Is Obamacare heading for a premium hike disaster?

One of the major criticisms levied against the Affordable Care Act, known more popularly as Obamacare, is that as a result of its wide web of regulations, premiums on personal health insurance options could rise dramatically. Since the law was first conceived in the beginning of the Obama presidency, detractors have said that it was too early to say precisely how the insurance industry would react to tighter rules and requirements from the federal government.

California is set to open the first-ever federally mandated insurance exchange known as Covered California. This program will make it easy for residents in the Golden State to shop and compare policies based on their specific needs. As wonderful as this system may seem, the reality is that many Californians could face drastically higher insurance costs as a result of the president's signature health care reform law.

According to an analysis published earlier this week by Forbes, participants in California's individual insurance market – which is different from the so-called group exchange where most folks will do their shopping – could see rate hikes in excess of 100 percent. This revelation was partly exposed during statements by Peter Lee, the chief executive for Covered California. Avik Roy, a contributor to Forbes, wrote that the state government's claim that rates would drop significantly are largely circumstantial and these savings are only achieved in subsidized markets. The reality, therefore, is that most folks who buy their own health insurance solutions may be forced to pay hundreds of dollars extra in order to fund some of the benefits awarded to lower-income Californians. 

"How did Lee and his colleagues explain the sleight-of-hand they used to make it seem like they were bringing prices down, instead of up? 'It is difficult to make a direct comparison of these rates to existing premiums in the commercial individual market,' Covered California explained in last week's press release, 'because in 2014, there will be new standard benefit designs under the Affordable Care Act.' That's a polite way of saying that Obamacare's mandates and regulations will drive up the cost of premiums in the individual market for health insurance," Roy explained.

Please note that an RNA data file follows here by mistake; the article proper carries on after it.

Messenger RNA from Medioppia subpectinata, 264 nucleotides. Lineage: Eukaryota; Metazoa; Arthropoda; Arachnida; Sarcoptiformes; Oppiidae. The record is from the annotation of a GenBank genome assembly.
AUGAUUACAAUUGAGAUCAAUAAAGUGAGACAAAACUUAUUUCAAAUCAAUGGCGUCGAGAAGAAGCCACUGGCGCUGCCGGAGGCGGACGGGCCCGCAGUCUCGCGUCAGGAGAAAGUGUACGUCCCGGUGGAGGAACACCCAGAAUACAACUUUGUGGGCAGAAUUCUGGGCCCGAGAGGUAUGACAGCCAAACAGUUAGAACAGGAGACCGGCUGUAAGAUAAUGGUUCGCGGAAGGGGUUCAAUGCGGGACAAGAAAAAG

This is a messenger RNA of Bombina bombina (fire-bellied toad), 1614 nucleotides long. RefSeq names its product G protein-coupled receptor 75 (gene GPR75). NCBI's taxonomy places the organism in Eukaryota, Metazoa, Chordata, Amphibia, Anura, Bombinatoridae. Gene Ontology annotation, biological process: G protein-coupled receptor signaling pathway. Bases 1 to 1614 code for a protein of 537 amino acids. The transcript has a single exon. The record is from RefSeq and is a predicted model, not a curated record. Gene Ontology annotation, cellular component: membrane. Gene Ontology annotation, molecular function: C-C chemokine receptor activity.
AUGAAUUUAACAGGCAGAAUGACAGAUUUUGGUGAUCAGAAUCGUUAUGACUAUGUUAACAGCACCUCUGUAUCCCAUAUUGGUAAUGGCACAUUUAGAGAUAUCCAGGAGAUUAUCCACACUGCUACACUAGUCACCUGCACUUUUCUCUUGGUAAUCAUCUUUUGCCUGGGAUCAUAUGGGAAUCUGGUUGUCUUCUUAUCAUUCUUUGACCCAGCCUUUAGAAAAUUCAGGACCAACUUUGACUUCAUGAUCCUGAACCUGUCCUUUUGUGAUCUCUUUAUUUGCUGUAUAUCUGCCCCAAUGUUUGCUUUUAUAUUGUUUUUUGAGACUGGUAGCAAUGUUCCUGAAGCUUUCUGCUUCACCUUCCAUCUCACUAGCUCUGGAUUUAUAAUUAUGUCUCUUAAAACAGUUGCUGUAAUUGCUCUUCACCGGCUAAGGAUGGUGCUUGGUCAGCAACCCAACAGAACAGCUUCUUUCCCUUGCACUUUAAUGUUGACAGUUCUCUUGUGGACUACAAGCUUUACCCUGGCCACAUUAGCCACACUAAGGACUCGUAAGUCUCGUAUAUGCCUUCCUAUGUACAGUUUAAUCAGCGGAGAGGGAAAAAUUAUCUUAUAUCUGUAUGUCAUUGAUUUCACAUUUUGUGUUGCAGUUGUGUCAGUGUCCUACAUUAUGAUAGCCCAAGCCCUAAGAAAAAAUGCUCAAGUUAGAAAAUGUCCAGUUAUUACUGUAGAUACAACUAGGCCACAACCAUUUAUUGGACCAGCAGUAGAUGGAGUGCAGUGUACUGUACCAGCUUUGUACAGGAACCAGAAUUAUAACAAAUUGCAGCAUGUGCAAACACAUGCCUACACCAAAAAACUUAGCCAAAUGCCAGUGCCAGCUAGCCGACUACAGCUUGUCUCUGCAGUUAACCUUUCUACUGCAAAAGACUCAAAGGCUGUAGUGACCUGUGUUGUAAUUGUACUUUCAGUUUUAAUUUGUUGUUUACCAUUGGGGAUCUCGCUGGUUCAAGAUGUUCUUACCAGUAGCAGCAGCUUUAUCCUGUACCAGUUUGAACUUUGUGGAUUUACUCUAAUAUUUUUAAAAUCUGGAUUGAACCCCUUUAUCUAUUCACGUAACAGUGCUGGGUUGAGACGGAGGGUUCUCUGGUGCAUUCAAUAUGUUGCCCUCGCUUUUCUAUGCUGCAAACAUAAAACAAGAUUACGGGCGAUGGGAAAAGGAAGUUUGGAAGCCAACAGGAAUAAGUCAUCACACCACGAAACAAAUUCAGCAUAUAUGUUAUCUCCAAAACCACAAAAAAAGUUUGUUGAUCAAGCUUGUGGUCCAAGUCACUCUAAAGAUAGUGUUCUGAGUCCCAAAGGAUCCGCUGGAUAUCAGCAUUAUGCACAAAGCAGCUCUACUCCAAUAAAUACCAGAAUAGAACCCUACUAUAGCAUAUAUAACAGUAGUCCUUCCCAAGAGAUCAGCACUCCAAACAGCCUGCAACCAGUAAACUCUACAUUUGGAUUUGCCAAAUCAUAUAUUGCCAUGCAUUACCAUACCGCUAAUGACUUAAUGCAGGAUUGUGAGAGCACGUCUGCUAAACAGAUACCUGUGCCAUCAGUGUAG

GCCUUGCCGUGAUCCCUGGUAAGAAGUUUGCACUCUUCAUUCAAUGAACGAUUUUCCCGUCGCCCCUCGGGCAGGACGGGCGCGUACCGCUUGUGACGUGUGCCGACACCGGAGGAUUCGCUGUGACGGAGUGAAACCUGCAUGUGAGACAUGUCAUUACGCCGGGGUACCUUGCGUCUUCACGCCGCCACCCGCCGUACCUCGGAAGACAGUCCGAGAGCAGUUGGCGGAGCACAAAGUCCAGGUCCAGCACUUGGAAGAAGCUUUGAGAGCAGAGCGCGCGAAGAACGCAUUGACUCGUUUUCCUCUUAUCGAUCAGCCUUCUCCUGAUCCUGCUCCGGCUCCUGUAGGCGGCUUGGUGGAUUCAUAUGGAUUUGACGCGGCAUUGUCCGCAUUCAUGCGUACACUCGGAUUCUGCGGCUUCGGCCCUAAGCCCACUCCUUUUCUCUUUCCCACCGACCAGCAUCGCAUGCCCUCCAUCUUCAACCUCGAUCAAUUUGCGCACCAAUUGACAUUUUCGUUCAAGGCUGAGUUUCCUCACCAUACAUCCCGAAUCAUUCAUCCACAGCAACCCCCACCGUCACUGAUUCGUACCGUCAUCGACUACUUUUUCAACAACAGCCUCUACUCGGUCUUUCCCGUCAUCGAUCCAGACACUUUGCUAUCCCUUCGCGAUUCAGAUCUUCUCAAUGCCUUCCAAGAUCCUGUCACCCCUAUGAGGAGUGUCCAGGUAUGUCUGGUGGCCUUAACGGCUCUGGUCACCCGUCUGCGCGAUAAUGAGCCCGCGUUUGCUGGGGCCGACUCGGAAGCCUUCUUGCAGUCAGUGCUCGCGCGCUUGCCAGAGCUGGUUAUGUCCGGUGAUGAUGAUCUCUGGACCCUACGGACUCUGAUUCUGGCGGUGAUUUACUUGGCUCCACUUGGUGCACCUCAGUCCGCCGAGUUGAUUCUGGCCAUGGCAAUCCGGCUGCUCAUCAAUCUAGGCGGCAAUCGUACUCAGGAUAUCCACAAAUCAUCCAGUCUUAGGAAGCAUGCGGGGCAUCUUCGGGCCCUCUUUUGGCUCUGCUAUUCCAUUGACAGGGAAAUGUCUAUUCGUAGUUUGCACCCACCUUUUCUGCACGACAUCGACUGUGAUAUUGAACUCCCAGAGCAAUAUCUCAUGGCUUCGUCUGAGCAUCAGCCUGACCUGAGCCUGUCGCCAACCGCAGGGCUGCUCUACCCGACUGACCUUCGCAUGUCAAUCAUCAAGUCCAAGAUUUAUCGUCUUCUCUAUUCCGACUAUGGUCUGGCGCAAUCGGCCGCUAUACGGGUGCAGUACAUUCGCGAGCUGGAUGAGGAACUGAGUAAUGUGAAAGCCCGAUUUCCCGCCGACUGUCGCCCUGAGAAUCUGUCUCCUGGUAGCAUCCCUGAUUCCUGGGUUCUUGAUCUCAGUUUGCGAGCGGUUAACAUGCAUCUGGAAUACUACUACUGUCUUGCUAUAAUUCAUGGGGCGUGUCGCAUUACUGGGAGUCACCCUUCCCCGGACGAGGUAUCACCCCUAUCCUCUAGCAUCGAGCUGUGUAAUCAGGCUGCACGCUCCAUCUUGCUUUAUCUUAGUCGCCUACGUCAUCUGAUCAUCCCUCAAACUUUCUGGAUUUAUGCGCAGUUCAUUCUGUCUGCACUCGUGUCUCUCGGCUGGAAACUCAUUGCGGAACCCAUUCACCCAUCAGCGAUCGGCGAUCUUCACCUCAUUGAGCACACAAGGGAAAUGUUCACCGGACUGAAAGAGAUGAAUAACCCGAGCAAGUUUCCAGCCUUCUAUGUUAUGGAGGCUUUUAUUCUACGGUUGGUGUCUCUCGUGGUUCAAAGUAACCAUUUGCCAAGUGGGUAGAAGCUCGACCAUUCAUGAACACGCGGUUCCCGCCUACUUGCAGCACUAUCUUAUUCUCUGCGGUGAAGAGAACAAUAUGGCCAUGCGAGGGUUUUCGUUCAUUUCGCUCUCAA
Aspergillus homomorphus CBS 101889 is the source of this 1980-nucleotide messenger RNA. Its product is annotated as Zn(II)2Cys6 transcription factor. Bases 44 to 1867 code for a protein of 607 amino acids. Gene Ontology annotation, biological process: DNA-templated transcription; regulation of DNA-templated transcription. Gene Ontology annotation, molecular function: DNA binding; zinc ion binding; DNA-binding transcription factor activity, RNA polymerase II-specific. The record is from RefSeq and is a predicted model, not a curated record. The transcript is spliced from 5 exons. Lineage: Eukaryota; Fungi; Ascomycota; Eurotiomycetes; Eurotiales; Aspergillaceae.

Simply put, the issue here is that Obamacare creates distortions in the insurance market because of requirements levied on insurers over what type of care needs to be provided. This problem is compounded by the fact that everyone's medical needs are varied, yet carriers are no longer allowed to differentiate between the levels of need in their client base. The result is a system where costs have to be shared in order to make sure that everyone is covered, but by doing so, some folks may actually be priced out of the market altogether even though they do not qualify for income-based assistance from the state or federal governments.

Is there a solution here? Unfortunately, it may be some time before the problems truly bubble to the surface and Americans see Obamacare as little more than a government overreach into what used to be a purely private market. The next nine months are critical for the rollout of the Affordable Care Act, and depending on its performance in California, similar efforts may be stymied in other states. It should be noted, however, that California has a particularly vibrant and diversified personal insurance market, so it's tough to extrapolate data from that system with other regional economies. Yet these developments highlight a looming financial issue that many hard-working Americans could soon face.

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